"Mjamaji" story
"Mjamaji" 1000 miles off the coast of Africa. 1980.

Grant and Anne-Marie Prior were original buyer’s of ”Mjamaji” in 1978.

After 30 years they still own the boat.

This is their story about Mjamaji.

I am a Canadian (now retired) who worked in construction management. I bought my Samantha 39 from the factory in Nairobi. I have met Milan Vesely, the owner of Specialized Mouldings, and his wife, Ruth and I know several of the original owners of the Samantha 39 – including “de mi Manera” and “Lene III”.

I took delivery of “Mjamaji” in Mombasa on March 14, 1978 and sailed south to Dar es Salaam, in Tanzania where I was living and working.  Our crew comprised, in addition to me, my wife Anne-Marie, Anne-Marie’s sister Jocelyne and our two sons, Glen and Christopher.

On September 9, 1979, we set sail out of Dar es Salaam bound south around the Cape. We stopped for a while in the Comoros Islands and then sailed straight for Durban, South Africa. We gunk-holed down the coast, dodging the southerly busters and arrived in Cape Town where we huddled with the rest of that year’s cruising fleet waiting for the weather.

We departed Cape Town in late February and stopped in St. Helena and Ascension Island. In Ascension, I called my employer who instructed me to fly back to Canada to be interviewed for a job in Antigua, in the West Indies. There being no civilian passenger flights out of Ascension, we sailed to Porto do Natal in Brazil. I flew to Canada and confirmed my appointment in Antigua and then re-joined the boat in Brazil.

We sailed up the coast, stopping in Fortaleza and in the former French prison islands known as “Devil’s Island”. Arriving in Antigua, we rented a house and had the boys enrolled in school in Canada. Jocelyne also left the boat for Canada.

Following the interval in Antigua, Anne-Marie and I then sailed to Puerto Rico where I had a job with the Intel Corporation building a semiconductor plant in Las Piedras. After a year there, I secured a job in Barbados where Anne-Marie and I lived on the boat for about a year, 1980 to 1981 and then I got a job in Chihuahua, Mexico.  We decided to put the boat up on the hard in Nanny Cay Marina in Tortola. On that passage we stopped in Antigua where we met Roger and Margaret Perkins of “Alligande”. While I went ahead to Mexico, Anne-Marie stayed behind to arrange to have the boat put into storage at Nanny Cay. She was assisted in this by Bunny Ray – the original owner of “Windarji”. We had met Kay and Bunny previously when “Windarji” had passed through Barbados.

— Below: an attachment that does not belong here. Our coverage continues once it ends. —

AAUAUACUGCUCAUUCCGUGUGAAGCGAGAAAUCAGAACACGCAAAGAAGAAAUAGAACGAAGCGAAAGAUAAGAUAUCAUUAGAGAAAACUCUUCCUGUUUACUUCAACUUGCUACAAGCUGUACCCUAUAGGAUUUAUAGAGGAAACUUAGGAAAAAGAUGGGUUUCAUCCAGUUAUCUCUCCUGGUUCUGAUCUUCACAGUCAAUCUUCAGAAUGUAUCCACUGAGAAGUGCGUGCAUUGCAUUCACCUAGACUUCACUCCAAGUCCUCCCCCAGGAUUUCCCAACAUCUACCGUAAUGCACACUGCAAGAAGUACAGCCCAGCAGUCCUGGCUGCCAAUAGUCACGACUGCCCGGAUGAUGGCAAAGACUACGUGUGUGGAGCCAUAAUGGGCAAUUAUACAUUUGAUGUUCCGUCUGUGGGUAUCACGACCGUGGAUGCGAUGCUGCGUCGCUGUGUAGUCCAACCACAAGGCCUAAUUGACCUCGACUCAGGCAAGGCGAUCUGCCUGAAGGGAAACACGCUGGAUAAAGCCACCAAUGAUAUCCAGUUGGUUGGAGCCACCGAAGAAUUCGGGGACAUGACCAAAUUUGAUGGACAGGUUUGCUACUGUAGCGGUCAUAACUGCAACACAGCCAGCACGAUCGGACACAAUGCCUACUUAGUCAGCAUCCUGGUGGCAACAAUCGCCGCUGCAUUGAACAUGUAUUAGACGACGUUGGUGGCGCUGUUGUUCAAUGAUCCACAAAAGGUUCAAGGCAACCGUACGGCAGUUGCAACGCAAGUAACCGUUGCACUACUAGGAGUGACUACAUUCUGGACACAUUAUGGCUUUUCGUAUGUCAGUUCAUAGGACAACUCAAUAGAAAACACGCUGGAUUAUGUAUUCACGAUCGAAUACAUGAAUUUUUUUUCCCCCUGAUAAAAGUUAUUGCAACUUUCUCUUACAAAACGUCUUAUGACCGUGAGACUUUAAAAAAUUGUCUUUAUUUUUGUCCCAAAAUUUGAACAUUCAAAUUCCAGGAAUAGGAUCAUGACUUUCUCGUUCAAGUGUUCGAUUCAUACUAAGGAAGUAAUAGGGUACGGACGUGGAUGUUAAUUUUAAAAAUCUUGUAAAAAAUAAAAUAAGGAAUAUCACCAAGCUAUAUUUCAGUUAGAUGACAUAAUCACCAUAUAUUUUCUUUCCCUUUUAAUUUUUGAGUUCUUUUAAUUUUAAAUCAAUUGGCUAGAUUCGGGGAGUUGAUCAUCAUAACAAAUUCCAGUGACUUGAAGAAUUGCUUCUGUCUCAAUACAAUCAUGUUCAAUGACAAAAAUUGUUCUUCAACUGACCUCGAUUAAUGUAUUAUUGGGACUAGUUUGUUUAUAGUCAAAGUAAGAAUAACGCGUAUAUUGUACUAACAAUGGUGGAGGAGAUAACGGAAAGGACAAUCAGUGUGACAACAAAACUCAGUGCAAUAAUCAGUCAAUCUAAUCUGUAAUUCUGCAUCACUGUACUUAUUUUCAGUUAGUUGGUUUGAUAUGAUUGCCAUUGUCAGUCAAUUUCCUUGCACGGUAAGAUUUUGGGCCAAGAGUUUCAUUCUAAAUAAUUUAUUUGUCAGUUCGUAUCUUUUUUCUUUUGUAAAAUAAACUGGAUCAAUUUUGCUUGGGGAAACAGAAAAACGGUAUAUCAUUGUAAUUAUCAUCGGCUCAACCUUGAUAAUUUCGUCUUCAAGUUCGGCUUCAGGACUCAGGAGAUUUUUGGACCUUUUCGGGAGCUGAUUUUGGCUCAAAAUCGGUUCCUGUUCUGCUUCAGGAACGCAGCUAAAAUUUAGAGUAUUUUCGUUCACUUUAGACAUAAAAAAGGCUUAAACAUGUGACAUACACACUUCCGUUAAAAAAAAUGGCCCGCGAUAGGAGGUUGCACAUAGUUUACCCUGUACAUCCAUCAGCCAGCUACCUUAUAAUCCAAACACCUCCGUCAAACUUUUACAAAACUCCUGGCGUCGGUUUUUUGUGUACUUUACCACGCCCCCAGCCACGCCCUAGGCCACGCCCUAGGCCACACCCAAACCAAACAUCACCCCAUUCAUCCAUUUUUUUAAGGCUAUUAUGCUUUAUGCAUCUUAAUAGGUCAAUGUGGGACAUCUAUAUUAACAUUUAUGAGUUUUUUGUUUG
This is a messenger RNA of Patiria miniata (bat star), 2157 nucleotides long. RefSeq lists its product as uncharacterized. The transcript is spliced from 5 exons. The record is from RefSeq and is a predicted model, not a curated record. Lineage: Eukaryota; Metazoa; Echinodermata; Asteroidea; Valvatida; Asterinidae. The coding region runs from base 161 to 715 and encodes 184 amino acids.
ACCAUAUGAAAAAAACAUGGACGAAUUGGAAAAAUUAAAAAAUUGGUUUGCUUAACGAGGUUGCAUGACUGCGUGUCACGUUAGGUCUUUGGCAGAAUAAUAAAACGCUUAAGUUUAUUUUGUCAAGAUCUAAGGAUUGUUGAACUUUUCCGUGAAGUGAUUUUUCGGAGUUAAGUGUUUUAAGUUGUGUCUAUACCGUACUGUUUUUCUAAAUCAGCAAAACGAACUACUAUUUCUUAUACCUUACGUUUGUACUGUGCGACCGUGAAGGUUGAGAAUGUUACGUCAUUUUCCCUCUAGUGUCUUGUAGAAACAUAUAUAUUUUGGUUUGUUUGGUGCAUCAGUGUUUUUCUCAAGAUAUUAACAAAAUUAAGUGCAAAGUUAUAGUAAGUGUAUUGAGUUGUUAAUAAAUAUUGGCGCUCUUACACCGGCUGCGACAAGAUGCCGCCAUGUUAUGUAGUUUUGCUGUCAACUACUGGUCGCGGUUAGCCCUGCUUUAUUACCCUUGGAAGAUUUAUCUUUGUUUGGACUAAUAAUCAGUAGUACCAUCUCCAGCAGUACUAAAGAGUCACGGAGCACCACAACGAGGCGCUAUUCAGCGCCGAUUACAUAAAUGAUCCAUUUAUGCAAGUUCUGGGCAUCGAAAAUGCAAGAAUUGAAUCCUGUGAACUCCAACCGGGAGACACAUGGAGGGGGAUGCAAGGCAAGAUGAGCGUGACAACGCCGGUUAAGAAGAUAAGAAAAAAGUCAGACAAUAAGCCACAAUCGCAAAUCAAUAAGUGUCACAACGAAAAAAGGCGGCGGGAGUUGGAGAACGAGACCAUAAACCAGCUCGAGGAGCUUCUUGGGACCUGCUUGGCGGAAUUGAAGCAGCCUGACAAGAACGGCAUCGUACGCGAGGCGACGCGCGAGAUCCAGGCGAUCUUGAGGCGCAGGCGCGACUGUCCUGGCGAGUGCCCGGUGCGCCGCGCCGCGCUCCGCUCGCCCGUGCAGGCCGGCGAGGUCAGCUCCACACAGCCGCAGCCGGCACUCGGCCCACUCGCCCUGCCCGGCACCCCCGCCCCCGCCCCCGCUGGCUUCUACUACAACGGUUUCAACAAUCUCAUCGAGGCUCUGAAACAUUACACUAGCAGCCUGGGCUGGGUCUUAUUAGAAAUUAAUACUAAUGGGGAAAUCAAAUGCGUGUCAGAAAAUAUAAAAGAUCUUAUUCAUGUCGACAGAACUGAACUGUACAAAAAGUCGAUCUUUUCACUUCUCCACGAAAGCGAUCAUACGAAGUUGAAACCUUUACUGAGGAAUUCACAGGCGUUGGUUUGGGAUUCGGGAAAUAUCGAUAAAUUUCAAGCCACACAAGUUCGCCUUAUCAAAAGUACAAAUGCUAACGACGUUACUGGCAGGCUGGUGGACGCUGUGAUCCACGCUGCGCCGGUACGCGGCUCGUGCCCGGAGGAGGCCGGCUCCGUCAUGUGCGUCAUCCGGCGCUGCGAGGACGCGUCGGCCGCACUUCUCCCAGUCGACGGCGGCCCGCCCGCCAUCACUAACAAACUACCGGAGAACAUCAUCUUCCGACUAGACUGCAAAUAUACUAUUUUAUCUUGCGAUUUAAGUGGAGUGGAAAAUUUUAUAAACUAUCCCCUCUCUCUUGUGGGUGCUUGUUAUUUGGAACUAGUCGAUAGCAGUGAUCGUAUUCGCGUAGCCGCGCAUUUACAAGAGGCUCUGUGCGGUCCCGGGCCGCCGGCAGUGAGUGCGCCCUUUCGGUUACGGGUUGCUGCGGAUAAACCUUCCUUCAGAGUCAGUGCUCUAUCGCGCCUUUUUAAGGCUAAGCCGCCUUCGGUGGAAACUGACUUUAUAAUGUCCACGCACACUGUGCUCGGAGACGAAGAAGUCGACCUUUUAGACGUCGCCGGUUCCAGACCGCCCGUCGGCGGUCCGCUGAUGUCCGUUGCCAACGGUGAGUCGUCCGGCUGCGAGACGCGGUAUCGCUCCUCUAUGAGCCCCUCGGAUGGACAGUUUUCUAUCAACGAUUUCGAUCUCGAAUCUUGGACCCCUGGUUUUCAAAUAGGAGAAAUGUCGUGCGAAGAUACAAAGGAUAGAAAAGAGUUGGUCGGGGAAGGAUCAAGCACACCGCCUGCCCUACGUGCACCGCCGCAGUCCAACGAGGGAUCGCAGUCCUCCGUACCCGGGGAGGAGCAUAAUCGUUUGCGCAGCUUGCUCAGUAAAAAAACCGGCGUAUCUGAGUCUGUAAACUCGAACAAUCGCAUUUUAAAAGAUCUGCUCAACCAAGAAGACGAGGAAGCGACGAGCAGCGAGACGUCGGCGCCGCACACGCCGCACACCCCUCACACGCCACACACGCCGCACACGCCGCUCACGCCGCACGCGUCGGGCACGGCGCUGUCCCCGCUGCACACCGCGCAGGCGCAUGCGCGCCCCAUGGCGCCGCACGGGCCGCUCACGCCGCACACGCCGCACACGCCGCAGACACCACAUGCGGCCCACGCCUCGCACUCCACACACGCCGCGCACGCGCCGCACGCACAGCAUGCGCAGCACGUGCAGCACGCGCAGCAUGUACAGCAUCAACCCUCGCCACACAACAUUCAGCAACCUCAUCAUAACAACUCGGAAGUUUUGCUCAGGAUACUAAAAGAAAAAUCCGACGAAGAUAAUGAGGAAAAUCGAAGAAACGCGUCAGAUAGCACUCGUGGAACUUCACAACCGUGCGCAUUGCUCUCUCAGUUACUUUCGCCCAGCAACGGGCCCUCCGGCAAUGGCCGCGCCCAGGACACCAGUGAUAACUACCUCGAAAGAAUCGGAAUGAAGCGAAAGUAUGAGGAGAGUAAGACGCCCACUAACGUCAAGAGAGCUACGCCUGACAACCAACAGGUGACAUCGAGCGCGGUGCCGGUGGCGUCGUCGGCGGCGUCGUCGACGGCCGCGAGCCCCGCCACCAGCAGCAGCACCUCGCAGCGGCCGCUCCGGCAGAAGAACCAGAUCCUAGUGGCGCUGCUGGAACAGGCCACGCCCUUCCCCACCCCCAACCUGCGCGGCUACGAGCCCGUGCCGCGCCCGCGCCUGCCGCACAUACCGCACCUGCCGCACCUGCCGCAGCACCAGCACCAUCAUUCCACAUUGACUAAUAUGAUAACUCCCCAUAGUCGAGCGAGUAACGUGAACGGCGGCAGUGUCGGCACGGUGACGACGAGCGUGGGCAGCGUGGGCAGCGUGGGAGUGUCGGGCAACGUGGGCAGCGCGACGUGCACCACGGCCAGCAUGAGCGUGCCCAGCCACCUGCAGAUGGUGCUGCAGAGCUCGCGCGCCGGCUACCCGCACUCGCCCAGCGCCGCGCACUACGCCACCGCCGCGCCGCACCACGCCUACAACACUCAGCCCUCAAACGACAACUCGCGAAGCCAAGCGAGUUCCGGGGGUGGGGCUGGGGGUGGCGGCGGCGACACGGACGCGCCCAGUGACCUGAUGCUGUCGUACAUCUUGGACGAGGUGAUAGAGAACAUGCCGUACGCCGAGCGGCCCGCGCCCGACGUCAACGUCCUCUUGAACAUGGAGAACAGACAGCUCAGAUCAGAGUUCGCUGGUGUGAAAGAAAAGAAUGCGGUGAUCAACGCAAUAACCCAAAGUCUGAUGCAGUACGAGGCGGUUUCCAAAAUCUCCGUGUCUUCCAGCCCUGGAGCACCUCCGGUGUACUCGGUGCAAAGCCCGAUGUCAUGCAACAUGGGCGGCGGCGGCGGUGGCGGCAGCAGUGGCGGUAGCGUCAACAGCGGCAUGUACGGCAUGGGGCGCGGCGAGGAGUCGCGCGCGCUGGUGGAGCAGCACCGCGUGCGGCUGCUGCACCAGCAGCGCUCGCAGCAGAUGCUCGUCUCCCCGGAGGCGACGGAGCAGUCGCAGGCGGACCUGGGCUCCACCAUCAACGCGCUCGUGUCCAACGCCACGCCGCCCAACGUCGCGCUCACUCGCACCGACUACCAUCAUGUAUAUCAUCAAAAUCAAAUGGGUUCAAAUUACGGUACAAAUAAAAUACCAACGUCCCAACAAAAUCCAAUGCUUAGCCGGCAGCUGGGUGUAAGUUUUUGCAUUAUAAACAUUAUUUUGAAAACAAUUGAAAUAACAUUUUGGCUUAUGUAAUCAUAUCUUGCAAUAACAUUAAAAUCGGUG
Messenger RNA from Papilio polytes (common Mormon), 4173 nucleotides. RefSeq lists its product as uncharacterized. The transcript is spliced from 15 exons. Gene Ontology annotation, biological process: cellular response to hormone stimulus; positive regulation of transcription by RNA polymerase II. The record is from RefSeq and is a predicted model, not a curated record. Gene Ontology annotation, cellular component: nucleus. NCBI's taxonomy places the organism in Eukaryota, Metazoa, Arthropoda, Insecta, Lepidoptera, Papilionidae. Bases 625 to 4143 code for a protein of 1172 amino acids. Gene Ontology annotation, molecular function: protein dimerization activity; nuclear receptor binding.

Mjamaji stood on the hard in Tortola until January of 1984 while Anne-Marie and I went from Chihuahua back to Las Piedras then back to Chihuahua and then on to Malaysia for a year.

Another assignment in Barbados in 1984 had us sailing back there from Tortola and we lived in Barbados for a year – this time ashore. Notwithstanding a home ashore, there was plenty of good sailing.

Early in 1986, with the contract complete in Barbados, we were joined by my brother-in-law and the three of us set sail for Puerto Rico.  We hauled out at a marina in Palmas del Mar.

After an extensive re-fit in Puerto Rico we were joined once more by my sons Glen and Christopher and Glen’s fiancée, Tami (the latter, now, the mother of my three grandchildren.) We sailed out of Palmas, across the Caribbean – a glorious spinnaker run before the Trades all the way - to Panama. We passed through the Canal and then beat north, motor sailing, all the way to Vancouver, British Columbia, Canada – arriving in September, 1986. We bought a house in Lions Bay on Howe Sound and “Mjamaji” was alongside at a jetty at the Vancouver Rowing Club in Coal Harbour in downtown Vancouver for a number of years where it got very little use and very little maintenance. The condition of the boat deteriorated from bad to terrible.

Last year, we decided to have the boat trucked to Florida where we could work on it in the Canadian winter. We have spent one season there, and will re-join the boat in December of this year and complete the re-fit. After the end of the hurricane season of next year we will set sail for the Bahamas and establish a “Caribbean cottage” – putting the boat up on the hard for the hurricane season and then pressing further south into the Caribbean.

We will report as progress continues.

Grant Prior, October 2008